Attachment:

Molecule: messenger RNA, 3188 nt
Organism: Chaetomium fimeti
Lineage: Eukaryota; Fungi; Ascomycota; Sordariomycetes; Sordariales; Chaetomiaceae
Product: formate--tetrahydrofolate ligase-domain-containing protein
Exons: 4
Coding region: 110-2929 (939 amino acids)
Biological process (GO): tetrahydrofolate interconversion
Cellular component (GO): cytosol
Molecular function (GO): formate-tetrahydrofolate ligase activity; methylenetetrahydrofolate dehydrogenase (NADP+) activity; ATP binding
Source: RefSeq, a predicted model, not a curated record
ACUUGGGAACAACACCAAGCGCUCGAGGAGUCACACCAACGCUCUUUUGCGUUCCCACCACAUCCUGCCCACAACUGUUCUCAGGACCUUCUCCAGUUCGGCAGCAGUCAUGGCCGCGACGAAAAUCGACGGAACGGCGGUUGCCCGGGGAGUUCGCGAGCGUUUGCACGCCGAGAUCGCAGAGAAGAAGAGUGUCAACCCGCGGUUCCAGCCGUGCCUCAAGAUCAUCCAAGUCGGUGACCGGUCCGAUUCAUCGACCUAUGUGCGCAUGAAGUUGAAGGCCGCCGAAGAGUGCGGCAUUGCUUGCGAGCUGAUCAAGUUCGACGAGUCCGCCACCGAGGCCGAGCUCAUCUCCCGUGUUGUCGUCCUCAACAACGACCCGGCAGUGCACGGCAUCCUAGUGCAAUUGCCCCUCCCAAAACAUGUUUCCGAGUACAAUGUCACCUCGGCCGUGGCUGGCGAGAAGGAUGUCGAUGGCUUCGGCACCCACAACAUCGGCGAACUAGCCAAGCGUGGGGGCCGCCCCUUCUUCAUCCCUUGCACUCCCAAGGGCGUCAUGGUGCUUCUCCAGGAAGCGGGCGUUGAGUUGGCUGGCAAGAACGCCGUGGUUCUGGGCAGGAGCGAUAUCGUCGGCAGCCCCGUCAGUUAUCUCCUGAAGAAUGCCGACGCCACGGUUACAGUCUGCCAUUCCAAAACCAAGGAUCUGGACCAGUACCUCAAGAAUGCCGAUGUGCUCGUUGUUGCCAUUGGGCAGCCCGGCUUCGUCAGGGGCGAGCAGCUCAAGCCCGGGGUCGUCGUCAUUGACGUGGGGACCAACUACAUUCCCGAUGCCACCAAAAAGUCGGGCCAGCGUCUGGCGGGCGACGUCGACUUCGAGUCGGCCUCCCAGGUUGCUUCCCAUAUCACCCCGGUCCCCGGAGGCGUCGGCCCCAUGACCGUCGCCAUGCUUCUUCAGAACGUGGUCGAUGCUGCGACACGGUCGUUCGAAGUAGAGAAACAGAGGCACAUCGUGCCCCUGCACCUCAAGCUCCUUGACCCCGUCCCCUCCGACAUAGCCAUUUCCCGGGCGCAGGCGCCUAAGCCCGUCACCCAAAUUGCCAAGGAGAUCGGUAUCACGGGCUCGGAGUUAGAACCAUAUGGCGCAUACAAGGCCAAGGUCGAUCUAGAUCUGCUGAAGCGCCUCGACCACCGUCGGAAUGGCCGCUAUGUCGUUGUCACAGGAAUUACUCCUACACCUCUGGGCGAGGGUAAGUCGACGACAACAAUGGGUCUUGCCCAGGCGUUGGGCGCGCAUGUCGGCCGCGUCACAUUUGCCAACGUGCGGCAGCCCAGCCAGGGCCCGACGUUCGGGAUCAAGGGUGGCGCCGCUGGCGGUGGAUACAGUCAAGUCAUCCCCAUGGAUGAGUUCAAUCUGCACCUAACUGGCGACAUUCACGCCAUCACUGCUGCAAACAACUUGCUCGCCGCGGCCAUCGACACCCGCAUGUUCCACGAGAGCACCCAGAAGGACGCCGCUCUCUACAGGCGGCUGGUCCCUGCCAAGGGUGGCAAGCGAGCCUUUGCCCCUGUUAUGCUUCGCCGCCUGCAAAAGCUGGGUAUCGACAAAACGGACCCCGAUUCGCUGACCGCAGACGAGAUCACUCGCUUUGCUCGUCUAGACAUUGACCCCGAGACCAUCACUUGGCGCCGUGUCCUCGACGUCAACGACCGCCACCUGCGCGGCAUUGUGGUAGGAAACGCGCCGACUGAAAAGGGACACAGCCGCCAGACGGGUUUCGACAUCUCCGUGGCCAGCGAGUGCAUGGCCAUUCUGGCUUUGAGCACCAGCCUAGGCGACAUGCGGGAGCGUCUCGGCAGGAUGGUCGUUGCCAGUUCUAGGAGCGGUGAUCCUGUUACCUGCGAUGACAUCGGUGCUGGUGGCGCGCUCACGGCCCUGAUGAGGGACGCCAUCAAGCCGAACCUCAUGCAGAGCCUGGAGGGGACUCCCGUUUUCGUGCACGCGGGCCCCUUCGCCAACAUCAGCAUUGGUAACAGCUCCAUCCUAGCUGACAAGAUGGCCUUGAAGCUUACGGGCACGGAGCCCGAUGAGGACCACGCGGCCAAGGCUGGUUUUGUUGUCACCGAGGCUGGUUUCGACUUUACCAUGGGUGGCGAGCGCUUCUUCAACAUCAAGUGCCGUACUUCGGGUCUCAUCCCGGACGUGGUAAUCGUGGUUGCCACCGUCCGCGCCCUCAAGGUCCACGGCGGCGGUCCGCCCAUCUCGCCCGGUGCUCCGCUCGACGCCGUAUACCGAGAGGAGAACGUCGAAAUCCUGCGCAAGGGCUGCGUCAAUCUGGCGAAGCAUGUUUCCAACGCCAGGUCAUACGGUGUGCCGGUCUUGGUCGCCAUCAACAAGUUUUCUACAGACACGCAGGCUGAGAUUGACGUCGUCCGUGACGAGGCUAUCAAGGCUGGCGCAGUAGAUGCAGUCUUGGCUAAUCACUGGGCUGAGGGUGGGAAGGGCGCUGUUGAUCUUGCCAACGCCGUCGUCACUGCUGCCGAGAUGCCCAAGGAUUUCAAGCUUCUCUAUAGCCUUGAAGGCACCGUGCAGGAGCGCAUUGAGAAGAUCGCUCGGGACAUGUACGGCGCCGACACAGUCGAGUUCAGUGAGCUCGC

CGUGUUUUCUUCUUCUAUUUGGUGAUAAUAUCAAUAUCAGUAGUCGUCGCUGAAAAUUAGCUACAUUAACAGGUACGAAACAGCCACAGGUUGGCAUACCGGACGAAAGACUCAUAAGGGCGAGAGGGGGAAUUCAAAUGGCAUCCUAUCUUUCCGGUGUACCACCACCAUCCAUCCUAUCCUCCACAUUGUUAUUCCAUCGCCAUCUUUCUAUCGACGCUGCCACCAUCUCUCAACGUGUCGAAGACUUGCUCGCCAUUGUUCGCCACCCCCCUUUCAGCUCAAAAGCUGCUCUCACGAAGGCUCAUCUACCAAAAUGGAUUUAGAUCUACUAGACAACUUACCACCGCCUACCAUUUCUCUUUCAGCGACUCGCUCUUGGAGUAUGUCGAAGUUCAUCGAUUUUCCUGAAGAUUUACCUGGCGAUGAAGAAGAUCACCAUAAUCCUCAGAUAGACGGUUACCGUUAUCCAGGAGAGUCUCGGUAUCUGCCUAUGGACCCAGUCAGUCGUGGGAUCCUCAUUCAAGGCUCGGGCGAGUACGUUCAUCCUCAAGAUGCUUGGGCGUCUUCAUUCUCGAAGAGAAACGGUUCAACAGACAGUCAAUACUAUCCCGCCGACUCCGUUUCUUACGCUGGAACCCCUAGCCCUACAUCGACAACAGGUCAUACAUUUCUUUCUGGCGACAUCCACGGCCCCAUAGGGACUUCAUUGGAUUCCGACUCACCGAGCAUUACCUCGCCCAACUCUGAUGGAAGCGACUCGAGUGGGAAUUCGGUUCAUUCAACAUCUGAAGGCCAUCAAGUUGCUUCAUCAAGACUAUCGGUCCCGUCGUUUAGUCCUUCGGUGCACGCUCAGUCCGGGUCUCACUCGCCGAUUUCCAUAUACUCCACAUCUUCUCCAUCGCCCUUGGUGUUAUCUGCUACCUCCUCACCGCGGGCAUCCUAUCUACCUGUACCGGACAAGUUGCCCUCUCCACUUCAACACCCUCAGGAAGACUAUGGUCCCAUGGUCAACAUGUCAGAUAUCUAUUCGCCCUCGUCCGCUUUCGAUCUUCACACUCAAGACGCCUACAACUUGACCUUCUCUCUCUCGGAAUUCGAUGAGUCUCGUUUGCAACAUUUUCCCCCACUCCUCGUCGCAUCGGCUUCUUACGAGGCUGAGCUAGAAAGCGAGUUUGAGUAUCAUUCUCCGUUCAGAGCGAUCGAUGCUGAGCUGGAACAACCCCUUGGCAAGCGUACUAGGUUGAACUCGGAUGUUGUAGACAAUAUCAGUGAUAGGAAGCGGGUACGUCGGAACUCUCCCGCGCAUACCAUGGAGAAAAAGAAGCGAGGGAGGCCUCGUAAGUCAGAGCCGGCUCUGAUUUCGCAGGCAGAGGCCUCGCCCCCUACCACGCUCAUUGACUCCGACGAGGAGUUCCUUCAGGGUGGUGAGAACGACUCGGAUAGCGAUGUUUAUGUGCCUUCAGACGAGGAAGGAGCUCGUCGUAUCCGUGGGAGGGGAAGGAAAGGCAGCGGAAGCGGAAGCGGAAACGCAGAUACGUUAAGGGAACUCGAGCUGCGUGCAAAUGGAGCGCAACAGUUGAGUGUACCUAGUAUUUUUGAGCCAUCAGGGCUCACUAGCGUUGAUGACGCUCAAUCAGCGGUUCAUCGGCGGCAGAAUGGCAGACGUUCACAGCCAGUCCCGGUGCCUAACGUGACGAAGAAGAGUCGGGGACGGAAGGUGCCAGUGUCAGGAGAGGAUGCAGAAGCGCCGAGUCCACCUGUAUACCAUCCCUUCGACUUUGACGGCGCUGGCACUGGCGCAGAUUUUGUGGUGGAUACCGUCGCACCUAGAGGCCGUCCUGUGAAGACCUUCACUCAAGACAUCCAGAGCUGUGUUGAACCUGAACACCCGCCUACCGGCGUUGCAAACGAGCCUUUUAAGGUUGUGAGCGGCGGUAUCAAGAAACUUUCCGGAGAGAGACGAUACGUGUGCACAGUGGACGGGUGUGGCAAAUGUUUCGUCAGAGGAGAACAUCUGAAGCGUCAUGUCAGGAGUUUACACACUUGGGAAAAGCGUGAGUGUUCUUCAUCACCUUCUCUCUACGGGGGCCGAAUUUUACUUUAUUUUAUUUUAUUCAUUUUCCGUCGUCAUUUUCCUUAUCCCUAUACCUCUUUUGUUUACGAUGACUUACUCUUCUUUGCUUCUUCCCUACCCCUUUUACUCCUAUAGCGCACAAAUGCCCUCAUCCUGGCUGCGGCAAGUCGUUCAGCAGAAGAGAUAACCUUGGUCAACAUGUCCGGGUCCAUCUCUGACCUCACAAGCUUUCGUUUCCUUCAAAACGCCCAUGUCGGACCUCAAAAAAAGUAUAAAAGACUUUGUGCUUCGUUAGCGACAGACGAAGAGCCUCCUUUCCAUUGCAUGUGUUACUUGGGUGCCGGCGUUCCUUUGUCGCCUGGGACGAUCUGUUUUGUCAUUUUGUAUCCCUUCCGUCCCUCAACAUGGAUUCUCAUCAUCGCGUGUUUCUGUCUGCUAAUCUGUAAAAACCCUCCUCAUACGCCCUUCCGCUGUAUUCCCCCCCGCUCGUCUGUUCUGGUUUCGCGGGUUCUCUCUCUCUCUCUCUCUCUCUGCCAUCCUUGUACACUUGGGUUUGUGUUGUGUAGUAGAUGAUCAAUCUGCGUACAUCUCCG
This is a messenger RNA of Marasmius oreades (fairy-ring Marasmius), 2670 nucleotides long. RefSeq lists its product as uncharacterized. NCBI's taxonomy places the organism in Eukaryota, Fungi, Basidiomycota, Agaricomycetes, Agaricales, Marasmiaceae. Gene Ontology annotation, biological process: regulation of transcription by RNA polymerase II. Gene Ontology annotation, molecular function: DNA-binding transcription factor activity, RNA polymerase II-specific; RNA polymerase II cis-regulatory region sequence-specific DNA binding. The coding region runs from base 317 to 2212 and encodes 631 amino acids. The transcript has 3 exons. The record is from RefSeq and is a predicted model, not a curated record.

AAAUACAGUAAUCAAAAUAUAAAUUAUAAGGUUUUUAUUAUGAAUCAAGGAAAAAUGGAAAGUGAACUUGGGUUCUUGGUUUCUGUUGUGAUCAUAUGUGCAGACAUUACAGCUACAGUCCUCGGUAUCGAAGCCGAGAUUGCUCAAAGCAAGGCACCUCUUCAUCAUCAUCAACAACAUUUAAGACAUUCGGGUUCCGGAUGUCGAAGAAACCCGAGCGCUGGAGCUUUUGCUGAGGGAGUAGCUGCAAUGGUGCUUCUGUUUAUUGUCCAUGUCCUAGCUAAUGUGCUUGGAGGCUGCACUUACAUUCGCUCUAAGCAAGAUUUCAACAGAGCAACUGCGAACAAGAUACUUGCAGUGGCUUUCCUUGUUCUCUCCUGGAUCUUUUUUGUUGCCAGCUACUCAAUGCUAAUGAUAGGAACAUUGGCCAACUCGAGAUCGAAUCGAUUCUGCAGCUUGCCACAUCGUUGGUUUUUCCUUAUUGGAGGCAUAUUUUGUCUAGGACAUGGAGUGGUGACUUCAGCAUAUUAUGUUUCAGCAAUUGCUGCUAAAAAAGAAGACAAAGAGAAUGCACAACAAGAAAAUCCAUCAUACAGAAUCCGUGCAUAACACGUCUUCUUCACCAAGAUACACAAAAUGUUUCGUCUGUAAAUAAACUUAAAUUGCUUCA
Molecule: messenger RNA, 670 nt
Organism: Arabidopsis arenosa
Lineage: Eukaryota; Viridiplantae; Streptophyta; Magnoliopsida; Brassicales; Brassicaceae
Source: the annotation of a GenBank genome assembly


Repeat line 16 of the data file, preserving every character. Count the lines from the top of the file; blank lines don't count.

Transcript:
Organism: Arabidopsis arenosa